Anger from Native American and animal rights groups as Wisconsin hunters kill 216 wolves

Graig Graziosi
·2 min read
FILE - This July 16, 2004, file photo, shows a gray wolf at the Wildlife Science Center in Forest Lake, Minn. Wildlife advocates are urging Colorado officials to streamline planning for reintroducing the gray wolf. They argue the launch of an overly bureaucratic process will frustrate the intent of voters who approved reintroduction by the end of 2023. (AP Photo/Dawn Villella, File) (AP)
FILE - This July 16, 2004, file photo, shows a gray wolf at the Wildlife Science Center in Forest Lake, Minn. Wildlife advocates are urging Colorado officials to streamline planning for reintroducing the gray wolf. They argue the launch of an overly bureaucratic process will frustrate the intent of voters who approved reintroduction by the end of 2023. (AP Photo/Dawn Villella, File) (AP)

Wisconsin's Department of Natural Resources ended its grey wolf hunting season early after hunters and trappers in the state killed 216 wolves over the weekend.

That number is 82 per cent higher than the state's set quota for wolf hunts for the entire season.

All of the kills took place over the course of 60 hours.

Department officials said they were surprised by the speed at which the kills took place, but said that the grey wolf population was "resilient" and "robust" and added it was confident it could manage the population going forward.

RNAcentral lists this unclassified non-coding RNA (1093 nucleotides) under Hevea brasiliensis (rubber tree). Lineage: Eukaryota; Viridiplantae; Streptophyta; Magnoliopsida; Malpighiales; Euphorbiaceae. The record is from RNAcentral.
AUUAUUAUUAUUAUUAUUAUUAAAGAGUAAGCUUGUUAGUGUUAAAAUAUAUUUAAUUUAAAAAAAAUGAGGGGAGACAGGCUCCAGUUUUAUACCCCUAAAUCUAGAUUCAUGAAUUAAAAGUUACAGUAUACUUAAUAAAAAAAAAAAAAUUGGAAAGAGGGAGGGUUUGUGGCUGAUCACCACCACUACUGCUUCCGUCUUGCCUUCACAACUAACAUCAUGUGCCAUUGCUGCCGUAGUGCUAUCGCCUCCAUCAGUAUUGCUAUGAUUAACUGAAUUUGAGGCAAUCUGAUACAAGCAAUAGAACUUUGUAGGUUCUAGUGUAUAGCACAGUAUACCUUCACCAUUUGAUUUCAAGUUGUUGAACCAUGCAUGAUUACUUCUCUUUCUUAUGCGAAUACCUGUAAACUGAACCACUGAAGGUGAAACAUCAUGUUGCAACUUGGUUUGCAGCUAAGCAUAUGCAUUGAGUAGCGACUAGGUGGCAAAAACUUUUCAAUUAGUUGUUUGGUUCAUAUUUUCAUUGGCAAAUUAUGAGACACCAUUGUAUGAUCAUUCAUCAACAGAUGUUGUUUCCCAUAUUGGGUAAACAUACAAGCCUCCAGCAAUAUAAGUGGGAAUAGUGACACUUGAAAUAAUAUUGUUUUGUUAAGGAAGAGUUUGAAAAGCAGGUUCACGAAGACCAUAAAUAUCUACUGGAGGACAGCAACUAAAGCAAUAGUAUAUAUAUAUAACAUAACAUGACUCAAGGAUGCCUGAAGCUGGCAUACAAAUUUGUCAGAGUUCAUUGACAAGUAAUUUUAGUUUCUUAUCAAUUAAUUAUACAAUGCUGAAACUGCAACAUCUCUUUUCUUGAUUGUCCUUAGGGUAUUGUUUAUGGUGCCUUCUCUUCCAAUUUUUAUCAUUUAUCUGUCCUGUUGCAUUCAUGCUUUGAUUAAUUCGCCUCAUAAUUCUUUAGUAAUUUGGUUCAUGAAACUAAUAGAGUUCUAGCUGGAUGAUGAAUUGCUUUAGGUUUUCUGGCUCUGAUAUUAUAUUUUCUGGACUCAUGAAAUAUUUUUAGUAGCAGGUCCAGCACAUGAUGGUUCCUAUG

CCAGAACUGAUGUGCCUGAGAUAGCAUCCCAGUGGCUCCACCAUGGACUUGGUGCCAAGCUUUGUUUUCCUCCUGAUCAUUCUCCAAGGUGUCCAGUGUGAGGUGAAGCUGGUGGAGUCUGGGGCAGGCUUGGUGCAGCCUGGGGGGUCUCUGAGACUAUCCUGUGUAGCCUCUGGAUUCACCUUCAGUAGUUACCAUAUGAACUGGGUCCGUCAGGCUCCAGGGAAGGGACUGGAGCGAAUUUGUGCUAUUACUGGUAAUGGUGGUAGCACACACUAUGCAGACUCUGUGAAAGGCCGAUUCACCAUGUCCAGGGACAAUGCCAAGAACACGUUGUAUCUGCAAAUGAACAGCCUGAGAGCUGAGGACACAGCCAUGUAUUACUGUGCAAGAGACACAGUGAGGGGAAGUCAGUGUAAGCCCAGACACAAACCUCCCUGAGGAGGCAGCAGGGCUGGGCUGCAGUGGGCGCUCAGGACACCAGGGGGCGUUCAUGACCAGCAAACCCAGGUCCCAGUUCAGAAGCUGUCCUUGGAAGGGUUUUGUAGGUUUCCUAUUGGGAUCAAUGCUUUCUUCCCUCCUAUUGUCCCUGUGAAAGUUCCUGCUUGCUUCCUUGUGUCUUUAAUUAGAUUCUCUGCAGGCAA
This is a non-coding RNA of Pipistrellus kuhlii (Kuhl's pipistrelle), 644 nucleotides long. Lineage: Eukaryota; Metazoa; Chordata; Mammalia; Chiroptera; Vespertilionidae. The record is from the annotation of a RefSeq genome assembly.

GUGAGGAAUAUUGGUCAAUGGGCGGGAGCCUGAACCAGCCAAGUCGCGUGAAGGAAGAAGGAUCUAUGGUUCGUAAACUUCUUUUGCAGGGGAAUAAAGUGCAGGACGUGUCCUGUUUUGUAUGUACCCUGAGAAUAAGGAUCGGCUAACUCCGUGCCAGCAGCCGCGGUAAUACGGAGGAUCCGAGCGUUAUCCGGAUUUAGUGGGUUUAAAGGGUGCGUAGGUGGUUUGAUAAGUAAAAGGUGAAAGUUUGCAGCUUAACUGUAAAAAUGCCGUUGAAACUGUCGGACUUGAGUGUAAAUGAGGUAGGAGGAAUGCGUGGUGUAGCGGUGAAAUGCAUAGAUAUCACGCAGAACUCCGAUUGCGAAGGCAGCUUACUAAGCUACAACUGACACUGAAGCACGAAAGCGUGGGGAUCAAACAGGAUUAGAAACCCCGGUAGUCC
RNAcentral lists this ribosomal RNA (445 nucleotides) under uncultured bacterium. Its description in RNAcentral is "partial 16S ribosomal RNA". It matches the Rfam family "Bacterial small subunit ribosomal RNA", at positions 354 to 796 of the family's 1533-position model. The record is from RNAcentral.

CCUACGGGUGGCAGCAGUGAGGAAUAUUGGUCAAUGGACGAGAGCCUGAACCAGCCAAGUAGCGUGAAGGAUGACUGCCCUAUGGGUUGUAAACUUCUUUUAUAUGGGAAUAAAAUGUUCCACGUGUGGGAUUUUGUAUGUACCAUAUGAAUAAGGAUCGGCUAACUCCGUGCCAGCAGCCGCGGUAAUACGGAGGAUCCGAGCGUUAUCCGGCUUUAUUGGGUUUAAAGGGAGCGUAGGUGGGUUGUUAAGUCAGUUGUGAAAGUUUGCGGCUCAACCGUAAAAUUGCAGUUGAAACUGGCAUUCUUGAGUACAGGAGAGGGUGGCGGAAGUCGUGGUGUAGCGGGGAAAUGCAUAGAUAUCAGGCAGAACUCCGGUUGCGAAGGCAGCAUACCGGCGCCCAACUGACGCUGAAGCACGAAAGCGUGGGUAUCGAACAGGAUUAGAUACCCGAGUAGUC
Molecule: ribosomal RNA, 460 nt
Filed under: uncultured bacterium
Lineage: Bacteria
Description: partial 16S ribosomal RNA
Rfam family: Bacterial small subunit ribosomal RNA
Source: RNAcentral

According to the Milwaukee Journal Sentinel, most of the hunters used trailing hounds to hunt the wolves.

The department limits quotas to 13 wolfs per hunter, and sold 1,547 hunting permits for the season. That is twice the usual amount of permits sold for the season.

Native American tribes in the area consider the wolves sacred, and usually use their allotment of hunting licenses to protect the wolf population, rather than killing them.

A representative for the Great Lakes Indian Fish and Wildlife Commission criticised the overshoot.

“This season trampled over the tribes’ treaty rights, the Wisconsin public and professional wildlife stewardship,” the spokesperson said.

“Should we, would we, could we have [closed the season] sooner? Yes.” Eric Lobner, DNR wildlife director, said. “Did we go over? We did. Was that something we wanted to have happen? Absolutely not.”

In the past, overshoots have never exceeded 10 wolves.

Megan Nicholson, who works in Wisconsin's chapter of the Humane Society, decried the situation.

“This is a deeply sad and shameful week for Wisconsin,” she said. "“This week’s hunt proves that now, more than ever, grey wolves need federal protections restored to protect them from short-sighted and lethal state management.”

Recent changes to local and federal regulations protecting the grey wolf population preceded the overkill.

In 2020, the Trump administration removed the grey wolf from the Endangered Species List.

This year's season was the first to occur in February, as department officials were "forced" to open a season after a lawsuit challenged its decision to cancel the season during its traditional winter time frame.

February is the grey wolves' breeding season.

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